It would be way simpler to screen record it completely in my opinion. But I guess the actual software doesn't look like that. So they would have to crop it and basically build that layout in a video editor and export it in that resolution.

    3. 1

      Also interested in this, looks amazing!

  11. 2

    Hi Tony and congratulations for your awesome products. Really inspiring to follow your journey. Do you plan to launch more products in the near future?

    1. 3

      Thanks, Mathieu!

      I don't have any concrete plan right now, but if something comes up, it can surely a possibility that I'll build new products 😄

  12. 1

    You're good at storytelling, the automation and "rule of two" stayed with me.

    Any resources on "content marketing" via storytelling tip?

  13. 1

    I particularly like your rule #5 about using all of your products.

    i'm not so sure about diversification; it seems to be working for you, but sometimes and with some projects, you must be all in.

  14. 1

    Thanks for sharing your story.
    Haven't you thought about putting Xnapper in Setapp?
    With that you could also have a recurring income on this product, right?

    1. 1

      It may become available on Setapp in the future 😄

  15. 1

    Awesome, thanks for sharing! 🙏
    What do You think, can You start another project or three is the limit right now?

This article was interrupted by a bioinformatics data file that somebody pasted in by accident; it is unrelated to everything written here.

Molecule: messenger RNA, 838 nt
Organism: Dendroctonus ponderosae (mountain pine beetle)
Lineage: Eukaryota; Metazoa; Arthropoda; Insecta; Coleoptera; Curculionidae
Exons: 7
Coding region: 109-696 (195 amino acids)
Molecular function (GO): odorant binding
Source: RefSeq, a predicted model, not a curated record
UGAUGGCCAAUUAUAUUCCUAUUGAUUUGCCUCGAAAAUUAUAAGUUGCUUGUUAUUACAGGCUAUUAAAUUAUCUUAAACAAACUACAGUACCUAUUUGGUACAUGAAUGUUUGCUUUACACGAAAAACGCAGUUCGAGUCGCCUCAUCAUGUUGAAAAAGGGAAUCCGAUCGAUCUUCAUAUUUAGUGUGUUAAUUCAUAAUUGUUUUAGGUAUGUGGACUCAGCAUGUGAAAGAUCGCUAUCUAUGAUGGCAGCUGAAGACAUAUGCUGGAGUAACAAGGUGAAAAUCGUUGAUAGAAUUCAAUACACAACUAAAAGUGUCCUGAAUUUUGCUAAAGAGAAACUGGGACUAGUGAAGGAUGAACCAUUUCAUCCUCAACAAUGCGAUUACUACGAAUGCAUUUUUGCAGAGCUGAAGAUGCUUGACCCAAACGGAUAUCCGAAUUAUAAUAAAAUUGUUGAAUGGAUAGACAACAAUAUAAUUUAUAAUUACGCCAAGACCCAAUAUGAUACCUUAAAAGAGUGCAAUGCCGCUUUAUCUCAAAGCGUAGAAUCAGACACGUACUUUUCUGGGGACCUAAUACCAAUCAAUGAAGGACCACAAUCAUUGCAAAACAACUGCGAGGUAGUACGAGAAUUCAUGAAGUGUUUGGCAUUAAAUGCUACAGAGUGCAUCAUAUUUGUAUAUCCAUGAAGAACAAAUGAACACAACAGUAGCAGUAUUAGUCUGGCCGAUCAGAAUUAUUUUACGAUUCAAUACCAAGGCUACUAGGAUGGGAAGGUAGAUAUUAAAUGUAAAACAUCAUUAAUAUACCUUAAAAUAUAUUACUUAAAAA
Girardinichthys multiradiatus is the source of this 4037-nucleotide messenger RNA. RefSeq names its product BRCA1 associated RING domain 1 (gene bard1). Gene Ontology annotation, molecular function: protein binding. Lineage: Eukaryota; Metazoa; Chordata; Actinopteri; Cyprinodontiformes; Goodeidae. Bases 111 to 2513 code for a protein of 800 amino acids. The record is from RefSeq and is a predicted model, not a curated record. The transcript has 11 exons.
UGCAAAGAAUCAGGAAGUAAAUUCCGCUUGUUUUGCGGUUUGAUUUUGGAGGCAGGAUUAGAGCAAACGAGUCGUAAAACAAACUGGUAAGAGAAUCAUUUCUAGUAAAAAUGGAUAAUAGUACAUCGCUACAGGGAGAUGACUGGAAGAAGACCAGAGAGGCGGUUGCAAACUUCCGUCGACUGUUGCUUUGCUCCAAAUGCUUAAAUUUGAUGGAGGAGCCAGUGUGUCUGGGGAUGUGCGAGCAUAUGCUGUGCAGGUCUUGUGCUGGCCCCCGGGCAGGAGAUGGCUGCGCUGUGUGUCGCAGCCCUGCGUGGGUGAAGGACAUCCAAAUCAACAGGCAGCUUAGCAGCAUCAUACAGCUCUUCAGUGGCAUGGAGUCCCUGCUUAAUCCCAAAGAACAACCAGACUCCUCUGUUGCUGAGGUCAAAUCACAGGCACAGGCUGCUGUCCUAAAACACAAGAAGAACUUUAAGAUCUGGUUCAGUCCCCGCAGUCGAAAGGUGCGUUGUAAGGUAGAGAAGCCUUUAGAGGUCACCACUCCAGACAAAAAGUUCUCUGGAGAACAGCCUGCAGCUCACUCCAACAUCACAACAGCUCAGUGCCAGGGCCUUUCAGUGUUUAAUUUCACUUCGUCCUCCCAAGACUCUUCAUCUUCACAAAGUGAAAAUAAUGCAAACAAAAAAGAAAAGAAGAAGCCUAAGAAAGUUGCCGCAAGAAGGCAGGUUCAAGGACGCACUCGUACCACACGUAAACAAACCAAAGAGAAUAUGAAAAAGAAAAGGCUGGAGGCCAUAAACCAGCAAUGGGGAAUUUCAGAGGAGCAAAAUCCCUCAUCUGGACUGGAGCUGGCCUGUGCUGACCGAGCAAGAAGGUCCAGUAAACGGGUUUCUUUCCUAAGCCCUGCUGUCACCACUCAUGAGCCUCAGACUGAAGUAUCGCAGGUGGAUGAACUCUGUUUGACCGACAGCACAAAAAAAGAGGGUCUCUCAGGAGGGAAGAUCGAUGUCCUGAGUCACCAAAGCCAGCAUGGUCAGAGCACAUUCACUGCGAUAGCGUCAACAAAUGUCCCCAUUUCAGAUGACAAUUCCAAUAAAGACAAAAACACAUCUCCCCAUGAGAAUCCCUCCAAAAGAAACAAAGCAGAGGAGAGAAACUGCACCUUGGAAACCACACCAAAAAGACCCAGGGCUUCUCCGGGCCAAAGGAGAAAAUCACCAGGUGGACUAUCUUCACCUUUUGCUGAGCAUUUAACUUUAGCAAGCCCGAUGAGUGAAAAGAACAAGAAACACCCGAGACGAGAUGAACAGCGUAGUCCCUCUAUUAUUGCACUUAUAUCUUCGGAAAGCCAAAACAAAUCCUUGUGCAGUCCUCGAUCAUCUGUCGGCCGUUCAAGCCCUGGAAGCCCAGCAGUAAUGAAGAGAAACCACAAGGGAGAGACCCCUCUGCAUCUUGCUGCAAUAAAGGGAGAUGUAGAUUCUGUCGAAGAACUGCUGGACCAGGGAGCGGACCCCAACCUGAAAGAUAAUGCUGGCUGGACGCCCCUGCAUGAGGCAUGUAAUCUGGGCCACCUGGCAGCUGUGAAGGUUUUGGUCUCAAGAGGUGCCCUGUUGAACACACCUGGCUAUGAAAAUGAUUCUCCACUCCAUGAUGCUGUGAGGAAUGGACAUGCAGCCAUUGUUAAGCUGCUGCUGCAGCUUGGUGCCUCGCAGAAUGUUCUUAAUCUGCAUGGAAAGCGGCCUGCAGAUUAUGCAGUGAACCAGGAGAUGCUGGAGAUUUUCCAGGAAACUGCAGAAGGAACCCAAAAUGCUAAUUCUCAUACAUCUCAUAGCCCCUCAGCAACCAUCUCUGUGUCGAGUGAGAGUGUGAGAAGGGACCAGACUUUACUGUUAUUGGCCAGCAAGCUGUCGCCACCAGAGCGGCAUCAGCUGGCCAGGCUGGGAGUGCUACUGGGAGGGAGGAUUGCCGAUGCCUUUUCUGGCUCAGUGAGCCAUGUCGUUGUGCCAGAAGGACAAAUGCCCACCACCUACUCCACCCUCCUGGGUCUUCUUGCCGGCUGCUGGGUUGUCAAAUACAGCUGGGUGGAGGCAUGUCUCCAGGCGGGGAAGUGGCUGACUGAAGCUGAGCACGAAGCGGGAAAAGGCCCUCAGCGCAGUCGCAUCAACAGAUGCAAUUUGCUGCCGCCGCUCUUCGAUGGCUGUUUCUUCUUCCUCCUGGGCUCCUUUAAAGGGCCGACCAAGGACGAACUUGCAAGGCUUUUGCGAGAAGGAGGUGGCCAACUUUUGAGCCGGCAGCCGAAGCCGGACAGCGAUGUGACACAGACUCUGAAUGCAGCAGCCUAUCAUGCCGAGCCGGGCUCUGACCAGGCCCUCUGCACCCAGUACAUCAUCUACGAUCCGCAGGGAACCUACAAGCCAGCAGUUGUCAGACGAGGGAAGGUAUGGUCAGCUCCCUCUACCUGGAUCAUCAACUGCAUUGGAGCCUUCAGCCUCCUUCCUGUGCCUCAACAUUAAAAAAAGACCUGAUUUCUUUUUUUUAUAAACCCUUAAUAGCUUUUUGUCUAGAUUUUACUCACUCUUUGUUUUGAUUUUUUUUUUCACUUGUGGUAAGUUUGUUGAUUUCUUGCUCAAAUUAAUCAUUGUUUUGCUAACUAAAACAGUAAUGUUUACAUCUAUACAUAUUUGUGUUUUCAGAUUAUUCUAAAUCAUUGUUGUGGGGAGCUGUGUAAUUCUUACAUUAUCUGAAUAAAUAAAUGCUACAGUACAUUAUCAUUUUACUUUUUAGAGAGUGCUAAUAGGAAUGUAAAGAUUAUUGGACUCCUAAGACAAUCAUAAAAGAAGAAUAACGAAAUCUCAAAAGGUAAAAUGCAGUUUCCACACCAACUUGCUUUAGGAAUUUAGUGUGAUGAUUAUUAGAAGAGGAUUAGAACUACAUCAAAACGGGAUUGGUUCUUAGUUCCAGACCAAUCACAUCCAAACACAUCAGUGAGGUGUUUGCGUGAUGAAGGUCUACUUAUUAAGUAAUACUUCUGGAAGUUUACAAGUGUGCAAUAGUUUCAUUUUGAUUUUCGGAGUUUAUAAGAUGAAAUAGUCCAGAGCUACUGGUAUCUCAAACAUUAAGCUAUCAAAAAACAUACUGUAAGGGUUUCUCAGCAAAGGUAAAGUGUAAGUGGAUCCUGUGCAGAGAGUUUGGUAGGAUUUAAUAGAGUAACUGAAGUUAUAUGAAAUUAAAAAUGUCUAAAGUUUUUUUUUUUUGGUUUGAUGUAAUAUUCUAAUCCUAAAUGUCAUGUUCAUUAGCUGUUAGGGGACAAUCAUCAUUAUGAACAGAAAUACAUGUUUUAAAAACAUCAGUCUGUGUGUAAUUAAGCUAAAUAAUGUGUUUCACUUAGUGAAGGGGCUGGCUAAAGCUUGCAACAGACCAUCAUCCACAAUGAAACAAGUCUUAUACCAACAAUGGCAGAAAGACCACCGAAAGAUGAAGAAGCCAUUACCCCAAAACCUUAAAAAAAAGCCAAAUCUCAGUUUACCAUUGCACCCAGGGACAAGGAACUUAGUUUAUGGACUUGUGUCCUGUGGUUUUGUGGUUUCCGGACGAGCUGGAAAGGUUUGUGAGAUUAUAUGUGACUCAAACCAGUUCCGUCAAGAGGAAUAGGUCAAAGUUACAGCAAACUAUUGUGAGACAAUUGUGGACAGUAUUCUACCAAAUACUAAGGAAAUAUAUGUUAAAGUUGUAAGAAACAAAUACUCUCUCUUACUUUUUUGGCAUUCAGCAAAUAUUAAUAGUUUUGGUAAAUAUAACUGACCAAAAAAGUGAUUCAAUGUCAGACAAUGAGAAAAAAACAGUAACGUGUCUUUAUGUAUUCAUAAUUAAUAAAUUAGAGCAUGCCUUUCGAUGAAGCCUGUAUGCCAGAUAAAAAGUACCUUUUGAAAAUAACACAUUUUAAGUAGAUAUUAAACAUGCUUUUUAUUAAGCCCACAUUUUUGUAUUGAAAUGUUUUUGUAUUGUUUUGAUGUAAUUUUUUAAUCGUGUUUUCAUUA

1. 2

      I can certainly do more once Xnapper is stable. mac OS apps generally don't need much attention other than occasional updates every few months 😄

      1. 1

        Indeed, keep up the good work!

  16. 1

    That's impressive. Thanks for sharing @Tony !

  17. 1

    Congrats on your success, @tonydinh!

    Until 5) the points you make completely resonate with me. Regarding automation I'd like to know what kind of automation are you talking about. Can you please give some examples? Also, since automating tasks can be complex can "rule of two" really be efficient?

    1. 1

      For example, previously it was not possible to transfer the subscription to another Twitter account. After some customers asked for it (and I had to do it manually), I added a feature so they can transfer their subscription by themself 😄